The foundation of lattice cryptography rests mostly on two average-case problems: the *Short Integer Solution (SIS)* problem and the *Learning with Errors (LWE)* problem. Both problems admit a standard formulation, and a much more efficient “ring” version. Connections between these problems and the worst case complexity of lattice problems are established in the following papers.

**Worst-Case to Average-Case Reductions Based on Gaussian Measures**

(*Micciancio & Regev*- SIAM J. Computing 2007/STOC)**Generalized Compact Knapsacks, Cyclic Lattices, and Efficient One-Way Functions**(*Micciancio*- Computational Complexity 2007/FOCS 2002)**On lattices, learning with errors, random linear codes, and cryptography**

(*Regev*- J. ACM 2009/STOC 2005)**On Ideal Lattices and Learning with Errors over Rings**

(*Lyubashevsky, Peikert & Regev*- J. ACM 2013/EuroCrypt 2010)

The first worst-case to average-case connection was proved by Ajtai (STOC 1996) for the SIS problem. This has been improved in a number of papers, leading to (1), which is essentially the best known connection known to date. The LWE problem is an injective version of SIS, and it was first connected to worst case lattice problems in (3). The first foundational results for structured versions of these problems (RingSIS and RingLWE) were proved in (2) and (4). These results have been further extended in several papers.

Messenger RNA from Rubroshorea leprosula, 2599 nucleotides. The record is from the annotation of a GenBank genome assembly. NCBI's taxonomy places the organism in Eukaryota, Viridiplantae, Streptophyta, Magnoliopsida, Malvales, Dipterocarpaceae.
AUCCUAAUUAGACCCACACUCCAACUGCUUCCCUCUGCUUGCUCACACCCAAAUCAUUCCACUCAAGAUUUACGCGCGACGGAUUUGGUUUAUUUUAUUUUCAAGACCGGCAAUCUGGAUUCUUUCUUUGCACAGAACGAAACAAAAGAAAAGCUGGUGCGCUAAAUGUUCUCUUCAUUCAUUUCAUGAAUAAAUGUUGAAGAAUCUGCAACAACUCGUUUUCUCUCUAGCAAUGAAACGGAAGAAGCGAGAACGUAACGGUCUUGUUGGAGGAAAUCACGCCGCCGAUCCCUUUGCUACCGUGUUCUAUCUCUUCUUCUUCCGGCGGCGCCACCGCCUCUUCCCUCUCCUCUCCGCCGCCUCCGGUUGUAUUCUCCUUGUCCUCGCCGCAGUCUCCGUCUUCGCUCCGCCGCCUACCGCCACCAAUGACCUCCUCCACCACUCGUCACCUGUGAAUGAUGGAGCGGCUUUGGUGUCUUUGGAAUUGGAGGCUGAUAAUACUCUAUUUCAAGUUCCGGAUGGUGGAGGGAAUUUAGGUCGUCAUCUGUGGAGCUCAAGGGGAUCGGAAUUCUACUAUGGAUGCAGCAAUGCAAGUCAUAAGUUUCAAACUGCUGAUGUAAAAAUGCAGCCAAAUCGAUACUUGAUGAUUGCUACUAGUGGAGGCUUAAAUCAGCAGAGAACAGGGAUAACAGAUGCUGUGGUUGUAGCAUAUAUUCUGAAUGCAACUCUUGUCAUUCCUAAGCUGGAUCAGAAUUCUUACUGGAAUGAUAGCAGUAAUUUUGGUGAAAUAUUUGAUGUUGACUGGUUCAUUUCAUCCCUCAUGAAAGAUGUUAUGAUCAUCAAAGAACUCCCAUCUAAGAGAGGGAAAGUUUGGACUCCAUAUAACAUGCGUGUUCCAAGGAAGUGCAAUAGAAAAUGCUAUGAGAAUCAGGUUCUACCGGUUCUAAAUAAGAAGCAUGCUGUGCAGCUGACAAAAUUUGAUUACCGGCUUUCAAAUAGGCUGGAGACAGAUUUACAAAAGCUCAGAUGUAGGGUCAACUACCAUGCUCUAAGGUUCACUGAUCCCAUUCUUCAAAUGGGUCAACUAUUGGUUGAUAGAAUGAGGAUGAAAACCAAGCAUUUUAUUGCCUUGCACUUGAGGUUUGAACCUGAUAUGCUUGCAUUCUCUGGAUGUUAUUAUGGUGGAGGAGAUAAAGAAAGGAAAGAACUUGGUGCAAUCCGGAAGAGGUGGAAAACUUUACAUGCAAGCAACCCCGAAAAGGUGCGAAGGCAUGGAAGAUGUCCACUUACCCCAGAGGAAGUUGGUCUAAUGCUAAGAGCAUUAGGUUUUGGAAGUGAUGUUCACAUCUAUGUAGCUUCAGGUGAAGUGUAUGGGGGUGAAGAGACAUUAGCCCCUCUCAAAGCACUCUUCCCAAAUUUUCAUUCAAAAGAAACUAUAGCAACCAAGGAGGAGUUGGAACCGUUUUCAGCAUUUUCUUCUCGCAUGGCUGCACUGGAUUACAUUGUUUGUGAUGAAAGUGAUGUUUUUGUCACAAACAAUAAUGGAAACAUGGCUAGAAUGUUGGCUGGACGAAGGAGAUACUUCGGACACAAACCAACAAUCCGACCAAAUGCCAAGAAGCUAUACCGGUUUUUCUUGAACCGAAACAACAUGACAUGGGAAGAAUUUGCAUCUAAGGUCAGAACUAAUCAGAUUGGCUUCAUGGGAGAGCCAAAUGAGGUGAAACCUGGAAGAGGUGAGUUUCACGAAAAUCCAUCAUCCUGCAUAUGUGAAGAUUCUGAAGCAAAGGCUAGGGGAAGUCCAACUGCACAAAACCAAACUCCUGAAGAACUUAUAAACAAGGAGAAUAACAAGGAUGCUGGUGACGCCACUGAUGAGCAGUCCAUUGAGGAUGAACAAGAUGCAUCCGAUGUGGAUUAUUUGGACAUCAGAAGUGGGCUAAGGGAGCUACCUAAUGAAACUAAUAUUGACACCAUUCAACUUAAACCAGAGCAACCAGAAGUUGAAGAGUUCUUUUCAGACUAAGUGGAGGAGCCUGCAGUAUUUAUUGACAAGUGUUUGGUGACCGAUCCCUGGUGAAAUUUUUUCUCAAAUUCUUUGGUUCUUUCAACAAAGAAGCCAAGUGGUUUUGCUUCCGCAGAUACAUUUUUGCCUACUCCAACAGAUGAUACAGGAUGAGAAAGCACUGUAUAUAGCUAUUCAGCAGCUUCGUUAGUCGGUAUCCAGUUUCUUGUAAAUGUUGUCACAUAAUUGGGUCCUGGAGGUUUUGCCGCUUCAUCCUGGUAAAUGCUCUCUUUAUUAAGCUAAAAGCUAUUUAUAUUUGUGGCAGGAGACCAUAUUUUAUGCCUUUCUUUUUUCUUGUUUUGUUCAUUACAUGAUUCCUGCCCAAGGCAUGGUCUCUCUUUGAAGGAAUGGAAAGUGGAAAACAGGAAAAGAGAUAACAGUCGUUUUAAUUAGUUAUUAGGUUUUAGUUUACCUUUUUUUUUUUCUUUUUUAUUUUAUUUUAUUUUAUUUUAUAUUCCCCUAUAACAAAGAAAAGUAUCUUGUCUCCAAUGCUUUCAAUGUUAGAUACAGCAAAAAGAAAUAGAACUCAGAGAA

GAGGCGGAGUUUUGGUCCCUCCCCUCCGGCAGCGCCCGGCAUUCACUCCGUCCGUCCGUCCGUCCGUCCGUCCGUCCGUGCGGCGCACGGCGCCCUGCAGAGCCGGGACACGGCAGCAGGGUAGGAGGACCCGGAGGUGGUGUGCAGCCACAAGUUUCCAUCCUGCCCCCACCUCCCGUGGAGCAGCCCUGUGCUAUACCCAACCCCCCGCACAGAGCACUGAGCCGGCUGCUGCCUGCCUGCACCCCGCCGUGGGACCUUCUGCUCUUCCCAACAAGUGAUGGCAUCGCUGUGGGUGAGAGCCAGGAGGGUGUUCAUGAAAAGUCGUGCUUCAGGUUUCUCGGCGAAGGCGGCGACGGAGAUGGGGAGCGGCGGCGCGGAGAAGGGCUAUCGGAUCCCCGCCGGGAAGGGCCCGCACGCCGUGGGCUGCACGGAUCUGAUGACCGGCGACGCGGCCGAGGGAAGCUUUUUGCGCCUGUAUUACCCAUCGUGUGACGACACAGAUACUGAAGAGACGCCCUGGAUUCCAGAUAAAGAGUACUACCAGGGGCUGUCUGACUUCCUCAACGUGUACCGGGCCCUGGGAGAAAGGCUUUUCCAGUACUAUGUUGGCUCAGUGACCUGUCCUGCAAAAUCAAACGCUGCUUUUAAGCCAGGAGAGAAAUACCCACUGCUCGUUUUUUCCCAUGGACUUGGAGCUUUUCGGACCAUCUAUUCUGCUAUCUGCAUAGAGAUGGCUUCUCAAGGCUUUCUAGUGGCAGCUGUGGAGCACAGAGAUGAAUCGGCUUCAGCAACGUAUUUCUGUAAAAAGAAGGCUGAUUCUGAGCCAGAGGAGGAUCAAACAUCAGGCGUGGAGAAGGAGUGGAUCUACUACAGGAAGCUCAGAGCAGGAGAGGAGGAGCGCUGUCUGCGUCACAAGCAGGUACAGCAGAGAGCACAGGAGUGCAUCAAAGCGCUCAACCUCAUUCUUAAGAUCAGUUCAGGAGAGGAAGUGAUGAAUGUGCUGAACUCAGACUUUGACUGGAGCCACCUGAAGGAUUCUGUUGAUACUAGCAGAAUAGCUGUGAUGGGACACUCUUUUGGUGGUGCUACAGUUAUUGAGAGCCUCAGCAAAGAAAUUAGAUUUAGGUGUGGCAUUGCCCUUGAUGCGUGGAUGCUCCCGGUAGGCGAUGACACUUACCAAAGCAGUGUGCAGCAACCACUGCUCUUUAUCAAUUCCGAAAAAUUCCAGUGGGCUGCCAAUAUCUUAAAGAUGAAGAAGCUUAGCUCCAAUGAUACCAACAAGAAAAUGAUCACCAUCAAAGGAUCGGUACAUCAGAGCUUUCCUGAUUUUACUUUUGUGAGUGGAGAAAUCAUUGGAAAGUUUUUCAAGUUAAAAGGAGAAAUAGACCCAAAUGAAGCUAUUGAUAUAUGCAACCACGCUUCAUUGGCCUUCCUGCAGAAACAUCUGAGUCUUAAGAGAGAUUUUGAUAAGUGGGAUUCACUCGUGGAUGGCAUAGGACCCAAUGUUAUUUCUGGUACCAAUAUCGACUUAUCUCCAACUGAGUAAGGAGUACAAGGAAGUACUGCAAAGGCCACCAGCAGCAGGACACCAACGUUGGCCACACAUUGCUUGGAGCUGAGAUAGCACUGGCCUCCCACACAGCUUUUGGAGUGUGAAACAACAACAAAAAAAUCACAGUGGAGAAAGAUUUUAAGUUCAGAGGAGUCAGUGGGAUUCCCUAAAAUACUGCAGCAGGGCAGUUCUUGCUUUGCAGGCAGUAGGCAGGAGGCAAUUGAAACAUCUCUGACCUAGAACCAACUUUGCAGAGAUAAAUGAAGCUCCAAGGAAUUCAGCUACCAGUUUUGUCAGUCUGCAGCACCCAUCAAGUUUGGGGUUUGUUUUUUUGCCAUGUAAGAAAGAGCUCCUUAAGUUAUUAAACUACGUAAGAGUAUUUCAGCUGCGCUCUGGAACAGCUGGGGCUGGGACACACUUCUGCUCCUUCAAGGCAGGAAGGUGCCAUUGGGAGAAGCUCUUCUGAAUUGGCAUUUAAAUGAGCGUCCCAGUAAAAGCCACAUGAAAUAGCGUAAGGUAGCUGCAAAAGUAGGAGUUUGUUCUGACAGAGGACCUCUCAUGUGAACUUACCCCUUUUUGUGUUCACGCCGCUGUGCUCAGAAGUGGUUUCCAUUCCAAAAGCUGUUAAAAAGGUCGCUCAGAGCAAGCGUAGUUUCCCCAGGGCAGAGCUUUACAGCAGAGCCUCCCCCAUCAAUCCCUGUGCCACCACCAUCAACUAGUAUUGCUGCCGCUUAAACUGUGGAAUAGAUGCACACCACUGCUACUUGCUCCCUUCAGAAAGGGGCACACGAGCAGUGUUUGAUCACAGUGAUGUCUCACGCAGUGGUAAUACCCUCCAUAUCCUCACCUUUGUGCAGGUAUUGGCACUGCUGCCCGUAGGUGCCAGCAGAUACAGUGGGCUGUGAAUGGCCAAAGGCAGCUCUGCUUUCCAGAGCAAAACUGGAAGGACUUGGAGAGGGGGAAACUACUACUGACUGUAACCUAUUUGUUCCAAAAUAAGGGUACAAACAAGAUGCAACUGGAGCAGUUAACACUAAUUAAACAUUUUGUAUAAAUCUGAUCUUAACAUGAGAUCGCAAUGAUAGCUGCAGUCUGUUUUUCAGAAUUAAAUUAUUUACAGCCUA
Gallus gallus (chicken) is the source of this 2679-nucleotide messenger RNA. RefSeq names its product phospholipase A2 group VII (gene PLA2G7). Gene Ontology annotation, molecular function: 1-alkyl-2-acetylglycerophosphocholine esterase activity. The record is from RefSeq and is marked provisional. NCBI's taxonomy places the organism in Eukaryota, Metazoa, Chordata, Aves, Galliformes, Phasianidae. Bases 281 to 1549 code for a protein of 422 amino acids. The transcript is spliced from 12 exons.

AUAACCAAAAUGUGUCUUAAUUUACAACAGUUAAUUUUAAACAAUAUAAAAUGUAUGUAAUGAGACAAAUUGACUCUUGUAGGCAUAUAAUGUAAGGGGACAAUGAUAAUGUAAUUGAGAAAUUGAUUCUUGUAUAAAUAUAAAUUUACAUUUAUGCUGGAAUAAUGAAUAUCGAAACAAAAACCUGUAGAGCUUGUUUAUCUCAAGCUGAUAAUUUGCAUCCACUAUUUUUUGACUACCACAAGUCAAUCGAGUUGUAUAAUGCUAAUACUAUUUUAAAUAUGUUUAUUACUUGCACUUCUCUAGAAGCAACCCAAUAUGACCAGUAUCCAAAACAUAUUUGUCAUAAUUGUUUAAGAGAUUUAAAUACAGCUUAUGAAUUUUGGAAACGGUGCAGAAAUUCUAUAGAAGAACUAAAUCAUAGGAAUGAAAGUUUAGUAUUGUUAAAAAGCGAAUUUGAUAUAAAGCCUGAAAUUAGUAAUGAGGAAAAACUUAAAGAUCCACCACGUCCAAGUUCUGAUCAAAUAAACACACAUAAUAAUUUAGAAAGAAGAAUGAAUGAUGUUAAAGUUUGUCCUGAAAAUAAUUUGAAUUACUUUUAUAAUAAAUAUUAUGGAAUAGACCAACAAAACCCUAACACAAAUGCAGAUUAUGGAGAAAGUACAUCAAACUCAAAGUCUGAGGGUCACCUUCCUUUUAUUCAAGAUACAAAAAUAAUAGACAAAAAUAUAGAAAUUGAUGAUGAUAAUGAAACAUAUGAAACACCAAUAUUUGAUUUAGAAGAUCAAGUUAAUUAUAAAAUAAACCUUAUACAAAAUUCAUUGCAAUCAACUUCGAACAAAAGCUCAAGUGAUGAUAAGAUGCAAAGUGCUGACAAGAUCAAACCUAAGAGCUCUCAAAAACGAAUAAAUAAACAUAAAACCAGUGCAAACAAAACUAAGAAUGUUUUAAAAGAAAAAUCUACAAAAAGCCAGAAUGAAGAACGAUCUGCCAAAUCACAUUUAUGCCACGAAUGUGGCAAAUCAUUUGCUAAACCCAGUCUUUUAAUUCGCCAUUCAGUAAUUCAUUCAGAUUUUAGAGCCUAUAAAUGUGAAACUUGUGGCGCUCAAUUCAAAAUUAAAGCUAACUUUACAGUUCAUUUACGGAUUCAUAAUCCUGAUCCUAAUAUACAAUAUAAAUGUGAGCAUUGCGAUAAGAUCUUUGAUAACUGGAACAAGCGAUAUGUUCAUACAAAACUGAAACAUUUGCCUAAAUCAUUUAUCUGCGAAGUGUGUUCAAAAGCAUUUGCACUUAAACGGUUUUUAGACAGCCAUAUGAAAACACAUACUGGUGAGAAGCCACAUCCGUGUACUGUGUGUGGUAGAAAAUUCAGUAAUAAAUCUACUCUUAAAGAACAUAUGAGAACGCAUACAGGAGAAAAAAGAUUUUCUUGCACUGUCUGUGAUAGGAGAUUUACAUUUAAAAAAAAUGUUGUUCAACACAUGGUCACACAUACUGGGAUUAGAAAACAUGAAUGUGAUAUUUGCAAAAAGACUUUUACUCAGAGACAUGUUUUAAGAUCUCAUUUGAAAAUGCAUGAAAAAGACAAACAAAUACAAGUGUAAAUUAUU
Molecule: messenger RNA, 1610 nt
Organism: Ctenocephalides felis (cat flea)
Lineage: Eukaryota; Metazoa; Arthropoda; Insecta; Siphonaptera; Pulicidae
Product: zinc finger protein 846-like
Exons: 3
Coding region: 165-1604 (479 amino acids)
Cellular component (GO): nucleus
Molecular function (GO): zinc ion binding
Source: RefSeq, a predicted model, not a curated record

**Generalized Compact Knapsacks Are Collision Resistant**

(*Micciancio & Lyubashevsky*- ICALP 2006)**A Toolkit for Ring-LWE Cryptography**

(*Lyubashevsky, Peikert & Regev*- EuroCrypt 2013)**Classical Hardness of Learning with Errors**

(*Brakerski, Langlois, Peikert, Regev & Stehle*- STOC 2013)**Worst-case to average-case reductions for module lattices**

(*Langlois & Stehle*- Des. Codes Cryptography 2015)**Large Modulus Ring-LWE ≥ Module-LWE**

(*Albrecht & Deo*- AsiaCrypt 2017)